If you've been struggling to understand what LDAP is and how it can be useful to you without picking up a 1,000-page tome, look no further. LDAP is great for some problems, pretty good for some others, and completely inappropriate for yet another batch of problems. In this first part of a series on understanding just what LDAP is, I hope I can help make LDAP easier to deal with by explaining, in English, what LDAP is and what it is good at. After that, looking at the data and writing code will be much easier.
Definition and Components
LDAP stands for Lightweight Directory Access Protocol, which is to say that, by definition, LDAP is a protocol, and nothing else. However, the protocol exists to perform operations on data, and is really pretty useless without it. This brings up the components that make up an LDAP deployment: client software used to send LDAP requests, the server daemon that handles incoming LDAP requests, and the back-end data store. I will refer to the last two collectively as a "directory service."
Back-end Data Storage
Of these components, the back-end data storage mechanism is the least relevant to you unless you're administering a production LDAP deployment. Developers writing code that accesses an LDAP server and end users who access a directory service via some client utility should be happy to let the protocol do the job of getting data to them without knowing anything about the back end. Adding, removing, updating, deleting, and fetching data from a directory service occurs through the LDAP protocol.
LDAP Server Daemon
The LDAP server daemon handles incoming requests for data. It uses port 389 for unencrypted and TLS-encrypted requests, and port 636 for SSL requests by default. In every LDAP product I've ever seen, open source or not, the server daemon is also responsible for determining who can perform what operations on which data, which clients can connect, and other security measures. In other words, the data is the castle, and the server daemon is the gatekeeper and the moat.
In addition to these duties, the server daemon also keeps a wealth of logging and accounting information. For example, most daemons will record the user who committed the last change to a piece of data and the date of that change.
On top of all of this, some daemons even store their configuration in the back-end data store, meaning that you can configure and manage them almost completely using LDAP itself!
The good news, if you need to deploy an LDAP service, is that the server daemon and back end almost always come in a single package from software vendors and open source projects alike. The more popular open source LDAP servers are OpenLDAP and Fedora Directory Server (FDS). On the commercial side, products include Novell's eDirectory, Sun's Java System Directory, and solutions from IBM, Computer Associates, and other heavyweights in the software arena.
What Is LDAP Used For?
An LDAP directory service stores information for use by systems as well as end users (and their various applications). Probably the most common use of LDAP is for replacing either flat-file authentication (think /etc/passwd) or legacy networked authentication (think NIS). The benefit of any networked authentication mechanism over a flat file system is clearly that it lifts the burden of having to keep files on all of your systems in sync. The benefit of LDAP over, say, NIS is (among other things) a finer-grained control over the data and how it is accessed (and by whom). You can also make encrypted connections to LDAP servers using TLS or SSL, and you never have to muck with flat file "maps" or complicated Makefiles to change the data.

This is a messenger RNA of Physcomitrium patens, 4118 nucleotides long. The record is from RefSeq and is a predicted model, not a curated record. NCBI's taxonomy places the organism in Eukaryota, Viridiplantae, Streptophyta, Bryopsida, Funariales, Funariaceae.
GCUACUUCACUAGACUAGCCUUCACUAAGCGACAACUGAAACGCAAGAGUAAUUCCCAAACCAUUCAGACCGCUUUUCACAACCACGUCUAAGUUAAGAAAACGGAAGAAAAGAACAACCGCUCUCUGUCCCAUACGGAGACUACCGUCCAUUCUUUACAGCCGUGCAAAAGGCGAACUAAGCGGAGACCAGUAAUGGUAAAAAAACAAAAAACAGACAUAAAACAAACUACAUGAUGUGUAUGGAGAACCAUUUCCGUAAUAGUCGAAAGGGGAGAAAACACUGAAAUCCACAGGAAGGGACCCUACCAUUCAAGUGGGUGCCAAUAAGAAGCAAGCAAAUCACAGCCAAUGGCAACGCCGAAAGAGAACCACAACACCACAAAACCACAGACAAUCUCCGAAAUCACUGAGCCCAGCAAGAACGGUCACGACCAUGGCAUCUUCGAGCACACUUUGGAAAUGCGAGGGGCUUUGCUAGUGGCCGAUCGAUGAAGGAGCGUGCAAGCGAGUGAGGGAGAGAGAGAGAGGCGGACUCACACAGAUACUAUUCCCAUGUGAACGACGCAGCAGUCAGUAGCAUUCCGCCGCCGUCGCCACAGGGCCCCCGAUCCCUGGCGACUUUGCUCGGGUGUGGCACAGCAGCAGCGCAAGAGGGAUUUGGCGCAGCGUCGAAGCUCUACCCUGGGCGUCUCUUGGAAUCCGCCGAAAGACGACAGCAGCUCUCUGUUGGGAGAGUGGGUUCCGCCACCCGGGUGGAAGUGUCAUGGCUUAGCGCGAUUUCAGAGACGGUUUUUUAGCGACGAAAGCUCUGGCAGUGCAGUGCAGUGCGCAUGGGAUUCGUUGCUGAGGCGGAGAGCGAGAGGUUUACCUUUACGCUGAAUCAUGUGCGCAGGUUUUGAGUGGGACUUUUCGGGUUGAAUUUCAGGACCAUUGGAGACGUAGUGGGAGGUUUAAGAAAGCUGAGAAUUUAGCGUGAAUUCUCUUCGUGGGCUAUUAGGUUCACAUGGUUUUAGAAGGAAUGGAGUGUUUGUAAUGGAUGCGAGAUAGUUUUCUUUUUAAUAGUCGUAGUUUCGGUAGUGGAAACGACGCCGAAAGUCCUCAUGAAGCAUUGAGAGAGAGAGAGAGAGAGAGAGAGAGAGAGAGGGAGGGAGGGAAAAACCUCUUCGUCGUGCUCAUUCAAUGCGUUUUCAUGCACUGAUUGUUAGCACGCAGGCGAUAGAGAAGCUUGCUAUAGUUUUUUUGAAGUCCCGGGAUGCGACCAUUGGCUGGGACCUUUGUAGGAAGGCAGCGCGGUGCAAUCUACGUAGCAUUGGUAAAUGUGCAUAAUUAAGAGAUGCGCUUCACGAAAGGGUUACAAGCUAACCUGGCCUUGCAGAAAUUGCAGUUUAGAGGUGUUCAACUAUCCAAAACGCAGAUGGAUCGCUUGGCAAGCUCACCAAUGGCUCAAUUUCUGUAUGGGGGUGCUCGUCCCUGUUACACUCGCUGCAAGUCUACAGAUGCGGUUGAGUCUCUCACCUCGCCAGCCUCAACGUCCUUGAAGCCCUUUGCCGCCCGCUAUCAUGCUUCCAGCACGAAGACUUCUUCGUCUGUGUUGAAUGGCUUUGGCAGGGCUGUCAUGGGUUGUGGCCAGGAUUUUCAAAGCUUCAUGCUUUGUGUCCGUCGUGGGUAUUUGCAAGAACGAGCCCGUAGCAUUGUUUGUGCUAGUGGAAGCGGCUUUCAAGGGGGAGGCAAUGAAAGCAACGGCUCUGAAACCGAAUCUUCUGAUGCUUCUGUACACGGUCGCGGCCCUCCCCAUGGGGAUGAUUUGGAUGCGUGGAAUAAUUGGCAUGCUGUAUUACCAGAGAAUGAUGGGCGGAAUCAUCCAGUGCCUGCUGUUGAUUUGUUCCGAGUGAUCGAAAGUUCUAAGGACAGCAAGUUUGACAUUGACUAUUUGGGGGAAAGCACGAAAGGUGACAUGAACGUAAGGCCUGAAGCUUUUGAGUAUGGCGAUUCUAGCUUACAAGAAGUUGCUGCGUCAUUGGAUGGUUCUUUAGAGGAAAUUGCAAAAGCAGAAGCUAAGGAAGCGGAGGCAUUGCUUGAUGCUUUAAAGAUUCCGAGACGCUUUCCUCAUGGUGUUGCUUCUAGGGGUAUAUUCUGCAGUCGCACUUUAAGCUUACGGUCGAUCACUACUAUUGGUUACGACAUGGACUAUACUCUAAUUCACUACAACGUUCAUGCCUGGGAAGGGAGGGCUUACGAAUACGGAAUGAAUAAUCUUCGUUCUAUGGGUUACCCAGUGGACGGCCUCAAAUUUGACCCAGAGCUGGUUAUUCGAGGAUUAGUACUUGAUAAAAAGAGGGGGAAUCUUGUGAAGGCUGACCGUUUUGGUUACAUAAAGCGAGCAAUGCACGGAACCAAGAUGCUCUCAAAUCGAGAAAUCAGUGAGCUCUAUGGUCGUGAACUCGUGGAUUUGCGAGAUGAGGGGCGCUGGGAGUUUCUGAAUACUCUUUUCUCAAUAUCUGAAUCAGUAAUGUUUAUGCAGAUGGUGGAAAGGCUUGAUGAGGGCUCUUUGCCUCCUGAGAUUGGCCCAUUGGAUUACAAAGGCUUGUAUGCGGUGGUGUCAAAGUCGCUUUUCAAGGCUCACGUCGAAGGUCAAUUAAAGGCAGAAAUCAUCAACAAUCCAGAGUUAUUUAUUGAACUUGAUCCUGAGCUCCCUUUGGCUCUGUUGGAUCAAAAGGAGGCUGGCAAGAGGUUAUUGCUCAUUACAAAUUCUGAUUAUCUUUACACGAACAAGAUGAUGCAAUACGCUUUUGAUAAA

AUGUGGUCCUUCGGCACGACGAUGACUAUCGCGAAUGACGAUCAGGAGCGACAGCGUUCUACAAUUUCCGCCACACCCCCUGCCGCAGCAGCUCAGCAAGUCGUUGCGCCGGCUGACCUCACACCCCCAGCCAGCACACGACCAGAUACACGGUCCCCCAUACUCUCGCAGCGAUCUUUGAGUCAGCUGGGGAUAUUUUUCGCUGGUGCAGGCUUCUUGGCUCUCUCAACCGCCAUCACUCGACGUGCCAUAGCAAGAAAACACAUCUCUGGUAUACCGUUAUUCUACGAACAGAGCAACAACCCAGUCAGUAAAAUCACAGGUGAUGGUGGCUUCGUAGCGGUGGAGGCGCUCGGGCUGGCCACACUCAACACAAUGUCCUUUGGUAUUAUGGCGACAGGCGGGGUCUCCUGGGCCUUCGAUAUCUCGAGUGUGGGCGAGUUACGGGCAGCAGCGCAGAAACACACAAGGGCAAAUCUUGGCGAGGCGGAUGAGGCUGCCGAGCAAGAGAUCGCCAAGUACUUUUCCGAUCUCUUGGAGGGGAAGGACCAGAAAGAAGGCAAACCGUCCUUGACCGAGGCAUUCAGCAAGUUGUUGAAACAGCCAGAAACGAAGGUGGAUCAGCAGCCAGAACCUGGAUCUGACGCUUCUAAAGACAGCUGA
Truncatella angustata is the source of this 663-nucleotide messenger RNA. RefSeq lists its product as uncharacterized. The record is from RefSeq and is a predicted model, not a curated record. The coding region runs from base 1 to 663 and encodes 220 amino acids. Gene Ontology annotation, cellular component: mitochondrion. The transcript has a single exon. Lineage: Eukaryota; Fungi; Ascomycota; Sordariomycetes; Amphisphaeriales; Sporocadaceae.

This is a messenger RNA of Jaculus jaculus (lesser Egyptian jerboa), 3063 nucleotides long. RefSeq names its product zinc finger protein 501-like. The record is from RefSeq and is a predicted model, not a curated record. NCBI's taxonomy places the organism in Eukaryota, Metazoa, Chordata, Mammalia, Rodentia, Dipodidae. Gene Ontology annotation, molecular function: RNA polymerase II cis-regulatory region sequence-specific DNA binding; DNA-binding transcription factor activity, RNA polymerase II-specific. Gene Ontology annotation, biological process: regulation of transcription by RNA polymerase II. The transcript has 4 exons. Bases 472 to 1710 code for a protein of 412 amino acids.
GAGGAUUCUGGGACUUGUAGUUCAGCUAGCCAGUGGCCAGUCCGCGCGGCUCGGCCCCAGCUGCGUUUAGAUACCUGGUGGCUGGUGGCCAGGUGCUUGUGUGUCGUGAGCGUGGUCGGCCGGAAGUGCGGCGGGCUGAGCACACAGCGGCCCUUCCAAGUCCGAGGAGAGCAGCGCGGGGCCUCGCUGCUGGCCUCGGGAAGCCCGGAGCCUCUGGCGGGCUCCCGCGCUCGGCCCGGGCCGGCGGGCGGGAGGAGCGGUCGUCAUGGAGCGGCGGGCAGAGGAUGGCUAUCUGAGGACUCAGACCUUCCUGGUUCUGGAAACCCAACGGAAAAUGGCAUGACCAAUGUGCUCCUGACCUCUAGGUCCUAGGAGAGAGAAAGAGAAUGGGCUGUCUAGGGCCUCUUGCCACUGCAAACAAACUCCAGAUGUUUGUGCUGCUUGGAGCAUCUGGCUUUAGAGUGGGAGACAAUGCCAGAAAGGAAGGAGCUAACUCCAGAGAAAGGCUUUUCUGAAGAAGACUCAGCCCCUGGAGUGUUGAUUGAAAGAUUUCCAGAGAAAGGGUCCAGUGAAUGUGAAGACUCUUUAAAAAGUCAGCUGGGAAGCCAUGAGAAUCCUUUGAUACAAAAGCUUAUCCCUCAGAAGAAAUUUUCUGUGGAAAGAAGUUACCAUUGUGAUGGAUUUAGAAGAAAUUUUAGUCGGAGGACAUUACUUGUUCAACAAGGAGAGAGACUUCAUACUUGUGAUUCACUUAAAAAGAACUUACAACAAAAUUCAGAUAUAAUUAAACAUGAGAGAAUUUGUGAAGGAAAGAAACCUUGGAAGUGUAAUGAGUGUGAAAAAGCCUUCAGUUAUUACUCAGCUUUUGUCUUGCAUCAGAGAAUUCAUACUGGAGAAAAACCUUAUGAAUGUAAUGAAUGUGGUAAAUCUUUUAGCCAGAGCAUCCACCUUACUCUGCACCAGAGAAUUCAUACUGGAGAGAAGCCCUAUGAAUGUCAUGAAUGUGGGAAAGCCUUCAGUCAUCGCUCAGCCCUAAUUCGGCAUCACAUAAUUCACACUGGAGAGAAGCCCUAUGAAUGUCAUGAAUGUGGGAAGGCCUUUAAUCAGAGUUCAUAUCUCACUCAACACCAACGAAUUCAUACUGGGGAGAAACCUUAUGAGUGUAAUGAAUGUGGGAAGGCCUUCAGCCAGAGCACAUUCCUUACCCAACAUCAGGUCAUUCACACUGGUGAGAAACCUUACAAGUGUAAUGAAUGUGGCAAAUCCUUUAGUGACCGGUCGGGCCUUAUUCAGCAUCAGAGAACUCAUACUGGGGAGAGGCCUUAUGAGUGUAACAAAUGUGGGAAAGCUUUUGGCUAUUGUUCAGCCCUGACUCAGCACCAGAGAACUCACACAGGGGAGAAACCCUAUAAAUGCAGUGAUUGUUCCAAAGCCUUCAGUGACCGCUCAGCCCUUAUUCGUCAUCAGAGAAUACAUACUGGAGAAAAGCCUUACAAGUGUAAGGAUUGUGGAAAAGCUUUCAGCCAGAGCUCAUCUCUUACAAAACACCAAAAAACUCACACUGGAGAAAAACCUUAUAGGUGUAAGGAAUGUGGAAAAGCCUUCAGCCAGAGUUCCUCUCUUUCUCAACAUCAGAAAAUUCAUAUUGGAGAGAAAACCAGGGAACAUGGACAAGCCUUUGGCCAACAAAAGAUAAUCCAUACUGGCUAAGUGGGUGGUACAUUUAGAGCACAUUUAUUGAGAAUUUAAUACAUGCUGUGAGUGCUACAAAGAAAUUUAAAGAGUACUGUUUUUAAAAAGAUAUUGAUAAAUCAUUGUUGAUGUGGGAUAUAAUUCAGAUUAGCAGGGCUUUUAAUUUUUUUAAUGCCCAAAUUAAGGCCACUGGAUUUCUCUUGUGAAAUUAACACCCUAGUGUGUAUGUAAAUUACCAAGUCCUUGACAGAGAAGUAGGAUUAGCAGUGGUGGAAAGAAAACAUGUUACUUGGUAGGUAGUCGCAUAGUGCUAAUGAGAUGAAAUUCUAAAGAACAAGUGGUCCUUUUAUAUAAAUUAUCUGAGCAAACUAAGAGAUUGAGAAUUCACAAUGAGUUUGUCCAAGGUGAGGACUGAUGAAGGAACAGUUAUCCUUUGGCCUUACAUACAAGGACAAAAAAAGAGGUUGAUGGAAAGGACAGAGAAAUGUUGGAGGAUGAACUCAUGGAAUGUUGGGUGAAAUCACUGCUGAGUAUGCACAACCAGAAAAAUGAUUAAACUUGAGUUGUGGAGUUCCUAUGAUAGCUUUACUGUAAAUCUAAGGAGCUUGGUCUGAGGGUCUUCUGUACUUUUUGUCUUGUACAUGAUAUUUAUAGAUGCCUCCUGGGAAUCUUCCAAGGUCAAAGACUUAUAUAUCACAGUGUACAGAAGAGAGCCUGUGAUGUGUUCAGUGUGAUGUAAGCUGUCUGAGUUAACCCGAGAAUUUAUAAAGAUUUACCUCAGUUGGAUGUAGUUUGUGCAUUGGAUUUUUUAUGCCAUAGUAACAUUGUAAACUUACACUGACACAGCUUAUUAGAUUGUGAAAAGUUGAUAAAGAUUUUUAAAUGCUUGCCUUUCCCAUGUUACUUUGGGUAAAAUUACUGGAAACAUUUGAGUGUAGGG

Because LDAP is a transaction-based system, operations that complete successfully are immediately "live." Modern Unix-based systems (including Linux, BSD, and OS X) can rely on LDAP to get just about any information they could store in flat files or NIS, including hosts, automounter configuration, users, groups, and more. Add to that the ability to have Samba, Apache, PAM, tcpwrappers, Sendmail, and other applications talk to LDAP for authentication, aliases, and other tidbits of useful information, and you have the beginnings of a very well-integrated, easily maintained, authoritative data source for your entire infrastructure.
LDAP is also popular for use as a "white pages" directory for a department or corporation. For example, most email applications, from Mutt and Pine to Outlook, Evolution, and KMail all know how to talk to an LDAP server. This makes it very easy to, for example, tell KMail to autocomplete addresses as you type using an LDAP directory as its addressbook source instead of (or in addition to) local files.
Why Yet Another Data Store? Why Not Just Use a Database?
Why not just use a relational database? There are multiple reasons to consider LDAP instead of a relational database for certain subsets of your data. One main issue here is standardization: LDAP is a standard protocol, with published, standardized schemas available to manage data in LDAP directory services.
For example, if I were to write an authentication module for a corporate website, LDAP does away with the need to schedule a meeting with a database guru to have him explain the layout of the user database. Instead, I can just ask the LDAP administrator for a link to the published schema he uses to store user information, and code for that schema. Even better, the schema is likely to be widely used (because it is published), so there might already be some code out there that does exactly what I need, which means less time coding, and a quicker delivery time for my project.